Scottish-born British historian and essayist Thomas Carlyle (1795-1881) was leading literary figure in the Victorian era. His collected works take up thirty volumes. Carlyle faced every writer’s nightmare when he was forced to rewrite the entire first volume of his epic three-volume work, History of the French Revolution. His friend and fellow author, John Stewart Mill had borrowed the manuscript to read, and loaned it to his future wife whose maid burned it thinking it was waste paper. Carlyle later commented that he “Had not only forgotten the structure of it, but the spirit it was written with was past.” He wrote to his brother that he felt like a man who had “nearly killed himself accomplishing zero.” Mill offered Carlyle two hundred pounds to make up for his financial loss. Carlyle accepted one hundred pounds from Mill to support himself while rewriting his masterwork, finally published in 1837. Carlyle proved by his own experience his observation,
Alexander Hamilton (1755–1804) was a founding father, first Secretary of the Treasury, and part-author of the Federalist Papers. The trajectory of his brief, forty-nine year life is remarkable. He served in the Revolutionary army seeing action in battles around New York City in 1775 and 1776. His great organizing ability brought him to the attention of George Washington, who commissioned him as a lieutenant colonel in the Continental Army and employed his as his aid-de-camp for four years. Hamilton later served as a field commander, leading a regiment of troops at the Battle of Yorktown in October of 1781. Well before his thirtieth birthday, Hamilton had led a distinguished military career and knew on a personal basis the leaders of the American Revolution.
Hamilton had also become one of the leading lawyers in New York. He drafted the call for the Constitutional Convention and when the document appeared doomed to defeat, fought for and helped secure its ratification. He played a critical role in defining the power of the federal government by writing the Federalist Papers, and laid the framework for a national economy. Washington chose him as the first Secretary of the Treasury under the new constitution, holding this office for over six years, and proving to be a brilliant administrator in organizing the Treasury Department.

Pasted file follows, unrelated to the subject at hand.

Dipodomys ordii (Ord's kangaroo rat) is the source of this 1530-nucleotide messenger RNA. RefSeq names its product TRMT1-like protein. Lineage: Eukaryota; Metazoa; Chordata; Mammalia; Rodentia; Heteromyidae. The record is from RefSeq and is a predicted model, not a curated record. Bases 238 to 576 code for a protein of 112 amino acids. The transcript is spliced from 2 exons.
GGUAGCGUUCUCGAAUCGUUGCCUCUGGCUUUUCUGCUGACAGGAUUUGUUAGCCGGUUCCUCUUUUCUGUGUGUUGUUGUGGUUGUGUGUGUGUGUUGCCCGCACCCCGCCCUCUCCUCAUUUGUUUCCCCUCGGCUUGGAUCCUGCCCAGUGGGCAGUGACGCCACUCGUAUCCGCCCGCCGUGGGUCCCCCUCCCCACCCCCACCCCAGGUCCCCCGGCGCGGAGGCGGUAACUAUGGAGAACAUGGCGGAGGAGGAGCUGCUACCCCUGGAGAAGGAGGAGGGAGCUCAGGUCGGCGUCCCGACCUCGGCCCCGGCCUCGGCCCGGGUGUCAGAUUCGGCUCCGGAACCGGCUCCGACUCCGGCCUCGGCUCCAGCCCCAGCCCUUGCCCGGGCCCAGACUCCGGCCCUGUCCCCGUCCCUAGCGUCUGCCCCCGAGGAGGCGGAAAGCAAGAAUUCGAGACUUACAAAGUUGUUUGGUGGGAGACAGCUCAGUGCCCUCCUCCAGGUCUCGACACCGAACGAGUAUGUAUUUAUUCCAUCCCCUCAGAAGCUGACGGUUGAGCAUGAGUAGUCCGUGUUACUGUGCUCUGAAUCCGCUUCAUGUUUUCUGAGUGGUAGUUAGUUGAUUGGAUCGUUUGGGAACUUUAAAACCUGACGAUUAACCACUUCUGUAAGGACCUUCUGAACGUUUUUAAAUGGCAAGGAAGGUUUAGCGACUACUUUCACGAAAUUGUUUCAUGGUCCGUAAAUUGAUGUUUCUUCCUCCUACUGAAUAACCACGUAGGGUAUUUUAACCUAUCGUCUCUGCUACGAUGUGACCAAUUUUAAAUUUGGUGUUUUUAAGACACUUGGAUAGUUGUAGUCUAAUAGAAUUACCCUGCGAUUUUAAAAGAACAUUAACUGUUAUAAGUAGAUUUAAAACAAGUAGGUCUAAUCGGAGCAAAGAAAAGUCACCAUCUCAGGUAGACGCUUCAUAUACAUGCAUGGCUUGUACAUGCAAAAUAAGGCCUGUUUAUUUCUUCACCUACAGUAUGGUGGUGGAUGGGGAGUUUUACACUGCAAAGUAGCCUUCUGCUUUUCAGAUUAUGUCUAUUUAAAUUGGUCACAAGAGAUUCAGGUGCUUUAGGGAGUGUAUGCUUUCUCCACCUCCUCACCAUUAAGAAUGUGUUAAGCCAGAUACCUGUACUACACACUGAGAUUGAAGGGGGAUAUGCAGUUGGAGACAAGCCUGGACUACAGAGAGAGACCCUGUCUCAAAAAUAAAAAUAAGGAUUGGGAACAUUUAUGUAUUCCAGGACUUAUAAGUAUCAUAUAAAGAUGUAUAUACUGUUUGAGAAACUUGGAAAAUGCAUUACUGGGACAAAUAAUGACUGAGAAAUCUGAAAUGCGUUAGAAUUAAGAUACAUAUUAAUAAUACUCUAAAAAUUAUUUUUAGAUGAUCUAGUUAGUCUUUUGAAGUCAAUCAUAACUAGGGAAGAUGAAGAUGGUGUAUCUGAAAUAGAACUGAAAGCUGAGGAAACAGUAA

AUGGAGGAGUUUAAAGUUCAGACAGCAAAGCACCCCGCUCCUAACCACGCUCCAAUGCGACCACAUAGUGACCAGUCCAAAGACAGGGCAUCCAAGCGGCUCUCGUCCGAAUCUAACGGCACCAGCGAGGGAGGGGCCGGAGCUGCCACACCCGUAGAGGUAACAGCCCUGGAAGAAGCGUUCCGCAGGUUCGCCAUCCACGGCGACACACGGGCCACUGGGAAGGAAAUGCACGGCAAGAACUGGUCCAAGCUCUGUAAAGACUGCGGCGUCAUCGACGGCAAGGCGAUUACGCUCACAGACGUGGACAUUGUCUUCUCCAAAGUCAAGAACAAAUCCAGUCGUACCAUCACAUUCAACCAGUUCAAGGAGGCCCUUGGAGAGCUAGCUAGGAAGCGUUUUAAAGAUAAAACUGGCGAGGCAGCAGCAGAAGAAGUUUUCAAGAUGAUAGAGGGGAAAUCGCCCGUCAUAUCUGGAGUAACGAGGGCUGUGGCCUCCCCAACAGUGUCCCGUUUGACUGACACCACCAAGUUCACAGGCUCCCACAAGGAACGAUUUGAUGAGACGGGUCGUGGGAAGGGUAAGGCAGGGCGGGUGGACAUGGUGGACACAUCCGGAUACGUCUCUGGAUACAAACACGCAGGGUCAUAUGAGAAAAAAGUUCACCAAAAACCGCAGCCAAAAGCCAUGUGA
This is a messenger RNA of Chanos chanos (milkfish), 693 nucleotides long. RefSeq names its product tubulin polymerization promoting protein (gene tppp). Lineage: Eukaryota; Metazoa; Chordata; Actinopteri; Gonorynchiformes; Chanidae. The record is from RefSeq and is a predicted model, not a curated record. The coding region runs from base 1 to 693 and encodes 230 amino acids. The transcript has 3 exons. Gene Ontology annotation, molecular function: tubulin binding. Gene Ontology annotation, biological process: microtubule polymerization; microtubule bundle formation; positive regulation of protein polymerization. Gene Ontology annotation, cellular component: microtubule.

His contemporaries knew Hamilton as an intellectual genius, but as far as he was concerned, any great thing he might have accomplished was due to simple, hard work.
Men give me some credit for genius,” reflected Hamilton. “All the genius I have lies in this: when I have a subject in hand, I study it profoundly. Day and night it is before me. I explore it in all its bearings. My mind becomes pervaded with it. Then the efforts that I make are what people are pleased to call the fruits of genius. It is the fruit of labor and thought.”
Hamilton reminds us that while genius may begin great works, only persistent effort and hard work finishes them.
There is simply no getting around it. Noble endeavors demand great effort. Massive investments of time, attention and energy are required over time if progress is to be made in the things that matter. 19th century American preacher Henry Ward Beecher declared,
Victories that are easy are cheap. Those only are worth having which come as the result of hard work.”
As the Irish proverb says: Nodding the head does not row the boat.”
Or, as the biblical Proverb reminds us,
All hard work brings a profit, but mere talk leads only to poverty” (Proverbs 14:23).
About the Author: Mark McCloskey
Mark is a graduate of Miami University (BA) and Bethel Seminary, Minnesota (MDiv). He earned his PhD at the University of South Florida in the College of Education, Department of Leadership Development. His focus of study was organizational leadership, adult education, and research and measurement.